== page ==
According to a licensed clinical psychologist, we need to change the way we define narcissism in order to recognize it more clearly for what it really is.
- Narcissistic personality disorder is one of several types of personality disorders. It is characterized as a mental condition in which people have an inflated sense of self.
- According to the most recent data, narcissistic personality disorder isn't as common as we think, impacting an estimated 1 percent of our population. The confusion lies in how we define the disorder compared to other narcissistic personality traits.
- Dr. Ramani Durvasula explains that we need a clearer definition of what this disorder is in order to recognize it in our society.
What is narcissism?<img type="lazy-image" data-runner-src="https://assets.rebelmouse.io/eyJhbGciOiJIUzI1NiIsInR5cCI6IkpXVCJ9.eyJpbWFnZSI6Imh0dHBzOi8vYXNzZXRzLnJibC5tcy8yMzQyNTQwMC9vcmlnaW4uanBnIiwiZXhwaXJlc19hdCI6MTYzMjMwNzcwNX0.lQ8BR0I_yDSXNRrryTyKzBrJIA6_d371CHomBWnnQqw/img.jpg?width=1245&coordinates=0%2C0%2C0%2C0&height=700" id="c9537" class="rm-shortcode" data-rm-shortcode-id="1ee04679e2605a285c5b5b56b782e3d0" data-rm-shortcode-name="rebelmouse-image" alt="concept of ego self praise narcissism narcissistic personality disorder" />
How do we really recognize narcissism?
Image by SvetaZi on Shutterstock<p><a href="https://www.mayoclinic.org/diseases-conditions/narcissistic-personality-disorder/symptoms-causes/syc-20366662#:~:text=Narcissistic%20personality%20disorder%20%E2%80%94%20one%20of,lack%20of%20empathy%20for%20others." target="_blank">Narcissistic personality disorder</a> is one of several types of personality disorders and is characterized as a mental condition in which people have an inflated sense of self. They have a deep need for excessive attention and admiration, which often leads to troubled relationships. There is an inherent lack of empathy for others and narcissism, despite its outward appearance, is often masking extremely fragile self-esteem constructs.</p><p><strong>Symptoms of narcissistic personality disorder: </strong></p><ul><li>An exaggerated sense of self-importance </li><li>A sense of entitlement</li><li>Craving constant admiration or affection</li><li>Expecting to be recognized as a superior</li><li>An ability to monopolize conversations and belittle other people's input </li><li>Can easily become envious of others and believe others envy them</li><li>They may behave arrogantly and appear to be conceited, boastful or pretentious </li><li>Often insists on having "the best" of everything, which will be reflected in their possessions, even if they are things they cannot afford (a new car, etc) </li></ul><p>Narcissism itself is defined as an excessive interest in or admiration of oneself. It's entirely possible to be narcissistic without having the personality disorder...but what is the difference?<br></p><p>With narcissistic personality disorder, the traits and symptoms will be so intense that the person's life, relationships, and jobs may be compromised. A personality disorder is typically diagnosed with the issues extend to negatively <a href="https://www.webmd.com/mental-health/qa/can-someone-be-a-narcissist-and-not-have-narcissistic-personality-disorder#:~:text=Someone%20can%20be%20a%20narcissist,it%20disrupts%20his%20daily%20life." target="_blank">impact your daily life</a>. </p>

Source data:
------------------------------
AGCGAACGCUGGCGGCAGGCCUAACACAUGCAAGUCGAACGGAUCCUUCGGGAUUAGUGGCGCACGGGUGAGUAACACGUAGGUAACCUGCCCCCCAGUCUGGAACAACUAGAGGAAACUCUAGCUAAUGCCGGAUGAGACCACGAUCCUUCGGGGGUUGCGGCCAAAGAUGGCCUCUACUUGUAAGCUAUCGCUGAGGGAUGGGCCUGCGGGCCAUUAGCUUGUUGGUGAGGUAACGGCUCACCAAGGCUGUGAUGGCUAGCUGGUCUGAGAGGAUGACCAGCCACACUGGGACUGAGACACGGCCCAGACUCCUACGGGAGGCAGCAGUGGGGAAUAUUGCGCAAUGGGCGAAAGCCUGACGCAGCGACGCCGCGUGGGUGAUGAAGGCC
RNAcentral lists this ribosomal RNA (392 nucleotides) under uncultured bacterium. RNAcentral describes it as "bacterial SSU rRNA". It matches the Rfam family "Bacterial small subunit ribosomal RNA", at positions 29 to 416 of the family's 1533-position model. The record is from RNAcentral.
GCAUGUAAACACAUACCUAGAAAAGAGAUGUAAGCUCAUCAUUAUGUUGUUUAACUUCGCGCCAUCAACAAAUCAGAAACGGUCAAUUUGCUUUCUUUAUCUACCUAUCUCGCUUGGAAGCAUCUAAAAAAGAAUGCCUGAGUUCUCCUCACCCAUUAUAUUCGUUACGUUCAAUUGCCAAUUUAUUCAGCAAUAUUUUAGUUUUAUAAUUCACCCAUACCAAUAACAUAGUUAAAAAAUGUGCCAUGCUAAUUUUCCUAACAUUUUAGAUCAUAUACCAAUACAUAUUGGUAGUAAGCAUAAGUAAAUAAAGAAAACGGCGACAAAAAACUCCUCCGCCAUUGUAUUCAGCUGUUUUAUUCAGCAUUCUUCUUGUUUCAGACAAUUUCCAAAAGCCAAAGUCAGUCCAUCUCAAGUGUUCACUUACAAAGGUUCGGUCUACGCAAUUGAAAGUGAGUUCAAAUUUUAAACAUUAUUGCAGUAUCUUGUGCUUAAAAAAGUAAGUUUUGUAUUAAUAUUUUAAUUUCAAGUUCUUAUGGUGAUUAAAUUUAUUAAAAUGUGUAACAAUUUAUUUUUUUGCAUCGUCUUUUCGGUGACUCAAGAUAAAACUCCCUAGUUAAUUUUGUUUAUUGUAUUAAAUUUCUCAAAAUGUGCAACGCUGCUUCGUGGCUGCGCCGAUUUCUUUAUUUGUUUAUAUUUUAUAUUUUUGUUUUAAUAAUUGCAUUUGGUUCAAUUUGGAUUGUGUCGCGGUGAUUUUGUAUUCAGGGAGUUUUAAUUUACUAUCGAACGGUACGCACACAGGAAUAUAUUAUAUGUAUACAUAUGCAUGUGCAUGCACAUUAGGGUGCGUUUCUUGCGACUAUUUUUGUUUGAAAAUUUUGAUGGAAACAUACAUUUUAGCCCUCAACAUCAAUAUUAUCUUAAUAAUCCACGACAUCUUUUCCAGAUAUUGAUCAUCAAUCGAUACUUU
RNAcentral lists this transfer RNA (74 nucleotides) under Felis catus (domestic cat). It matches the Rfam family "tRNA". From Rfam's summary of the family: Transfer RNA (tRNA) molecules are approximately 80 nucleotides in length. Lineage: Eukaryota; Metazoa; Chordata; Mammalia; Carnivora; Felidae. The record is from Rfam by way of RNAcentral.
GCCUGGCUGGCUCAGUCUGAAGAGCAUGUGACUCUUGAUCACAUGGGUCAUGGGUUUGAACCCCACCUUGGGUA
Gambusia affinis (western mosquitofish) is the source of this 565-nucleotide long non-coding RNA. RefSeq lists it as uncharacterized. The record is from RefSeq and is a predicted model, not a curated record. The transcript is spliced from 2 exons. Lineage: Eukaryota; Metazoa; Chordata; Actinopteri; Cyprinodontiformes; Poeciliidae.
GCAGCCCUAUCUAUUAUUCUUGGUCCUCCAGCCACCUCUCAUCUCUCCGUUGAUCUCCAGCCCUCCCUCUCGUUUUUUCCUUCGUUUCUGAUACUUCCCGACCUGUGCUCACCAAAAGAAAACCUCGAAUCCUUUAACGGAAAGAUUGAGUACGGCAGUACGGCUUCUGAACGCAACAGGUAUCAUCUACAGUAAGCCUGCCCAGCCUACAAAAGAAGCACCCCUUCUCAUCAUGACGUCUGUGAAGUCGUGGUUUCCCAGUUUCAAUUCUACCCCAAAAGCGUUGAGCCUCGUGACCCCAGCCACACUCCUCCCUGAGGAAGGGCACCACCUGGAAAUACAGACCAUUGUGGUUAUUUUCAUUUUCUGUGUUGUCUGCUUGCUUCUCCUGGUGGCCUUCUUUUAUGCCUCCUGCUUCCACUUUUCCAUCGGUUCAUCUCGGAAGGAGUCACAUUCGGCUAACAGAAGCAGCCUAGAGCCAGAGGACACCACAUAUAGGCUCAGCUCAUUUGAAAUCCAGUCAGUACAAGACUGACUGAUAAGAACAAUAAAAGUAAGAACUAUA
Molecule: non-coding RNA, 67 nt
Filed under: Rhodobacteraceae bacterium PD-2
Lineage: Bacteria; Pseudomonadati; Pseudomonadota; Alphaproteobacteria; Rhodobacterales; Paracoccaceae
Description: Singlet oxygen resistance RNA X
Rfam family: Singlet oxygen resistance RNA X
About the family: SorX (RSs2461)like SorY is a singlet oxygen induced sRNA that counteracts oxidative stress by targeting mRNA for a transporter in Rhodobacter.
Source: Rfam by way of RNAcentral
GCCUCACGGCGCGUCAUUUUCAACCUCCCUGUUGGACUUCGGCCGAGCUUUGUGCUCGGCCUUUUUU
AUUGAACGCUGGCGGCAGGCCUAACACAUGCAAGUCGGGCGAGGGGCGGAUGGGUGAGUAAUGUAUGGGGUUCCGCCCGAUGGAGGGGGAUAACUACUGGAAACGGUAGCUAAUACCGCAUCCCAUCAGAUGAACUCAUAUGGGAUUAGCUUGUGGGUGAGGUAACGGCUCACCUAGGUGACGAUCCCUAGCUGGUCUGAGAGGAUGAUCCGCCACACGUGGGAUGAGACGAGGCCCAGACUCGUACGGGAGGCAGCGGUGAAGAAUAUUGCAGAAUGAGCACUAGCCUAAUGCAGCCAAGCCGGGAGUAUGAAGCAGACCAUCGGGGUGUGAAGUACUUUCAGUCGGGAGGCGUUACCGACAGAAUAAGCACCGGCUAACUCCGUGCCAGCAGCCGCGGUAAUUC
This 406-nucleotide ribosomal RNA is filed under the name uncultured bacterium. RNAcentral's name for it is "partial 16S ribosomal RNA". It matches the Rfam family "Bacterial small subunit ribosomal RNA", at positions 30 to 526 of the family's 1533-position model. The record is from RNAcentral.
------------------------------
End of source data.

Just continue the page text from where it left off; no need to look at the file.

The psychology of narcissistic personality disorder<span style="display:block;position:relative;padding-top:56.25%;" class="rm-shortcode" data-rm-shortcode-id="56179ba5cb00b2a7d444605f4b976b68"><iframe type="lazy-iframe" data-runner-src="https://www.youtube.com/embed/WjuGnzbY_hY?rel=0" width="100%" height="auto" frameborder="0" scrolling="no" style="position:absolute;top:0;left:0;width:100%;height:100%;"></iframe></span><p>As <a href="https://www.psychologytoday.com/us/blog/communication-success/201908/difference-between-narcissist-vs-narcissistic-behavior" target="_blank">Psychology Today</a> author Preston Ni points out, there is a difference between someone with narcissistic personality disorder and someone who is exhibiting narcissistic behaviors - with the biggest difference lying in the intent.</p><p>A pathological narcissist will often purposefully induce toxic environments and harmful relationships for the purpose of exploiting other people to serve their own agendas. Someone who is considered to have the personality disorder may be caught in frequent lies or exaggerations that make them look good and others look bad, they may manipulate situations for their own gratification, they may also spread negative emotions in order to make themselves feel better. </p><p>While you may think narcissism is common, narcissistic personality disorder only affects <a href="https://www.psychologytoday.com/intl/basics/narcissism" target="_blank">an estimated</a> 1 percent of the population. </p><p>Narcissism is properly viewed on a spectrum, as with most other mental health conditions. To be diagnosed with narcissistic personality disorder, a person is evaluated with the <a href="https://openpsychometrics.org/tests/NPI/" target="_blank">Narcissistic Personality Inventory</a> (NPI-40). The test consists of 40 pairs of statements to which the person will need to select whichever answer best suits their personality. </p><p><strong>Do narcissists know they are narcissists? </strong></p><p>Using something called a <a href="https://www.psychologytoday.com/intl/basics/narcissism" target="_blank">Single-Item Narcissism Scale</a>, people who answered affirmatively to the question "are you a narcissist?" were far more likely than others to score highly on the NPI-40. </p><p><strong>Narcissism in relationships</strong></p><p>While you may think someone in your life (perhaps maybe even someone close to you) is a narcissist, it is actually quite difficult for people with narcissistic personality disorder to truly fall in love, because there is an inherent deficit of empathy makes it difficult for them to establish long-term, healthy relationships. </p><p>Psychology Today explains: "For most narcissists, relationships are transactional. They provide positive attention and sexual satisfaction to bolster their ego and self-esteem. The objective [of the relationship] is to enjoy uncommitted pleasure and most individuals struggling with this disorder will begin to lose interest in the relationship as the expectation for commitment and intimacy grows." </p><p><strong>Changing our view on what narcissism really is. </strong></p><p>According to <a href="https://www.apa.org/research/action/speaking-of-psychology/narcissism" target="_blank">Dr. Ramani Durvasula</a>, a clinical psychologist in Santa Monica, California, narcissism is not just posting selfies on social media or checking your reflection in every surface. While those things can be viewed as narcissistic tendencies, they do not mean the person is a narcissist. </p><p>According to Durvasula, narcissism is woefully misunderstood, which is maybe why we have such a hard time spotting it in people around us. She considers it a "buzz word" of our time, explaining that it's viewed as a disorder of some kind of inflated self-esteem and grandiosity, and while it is those things, it's most importantly a disorder of self-esteem. </p><p>"I often say there are four pillars to narcissism: lack of empathy, grandiosity, a chronic sense of entitlement, and a chronic need to seek out admiration and validation. Those really create the core of the disorder." </p>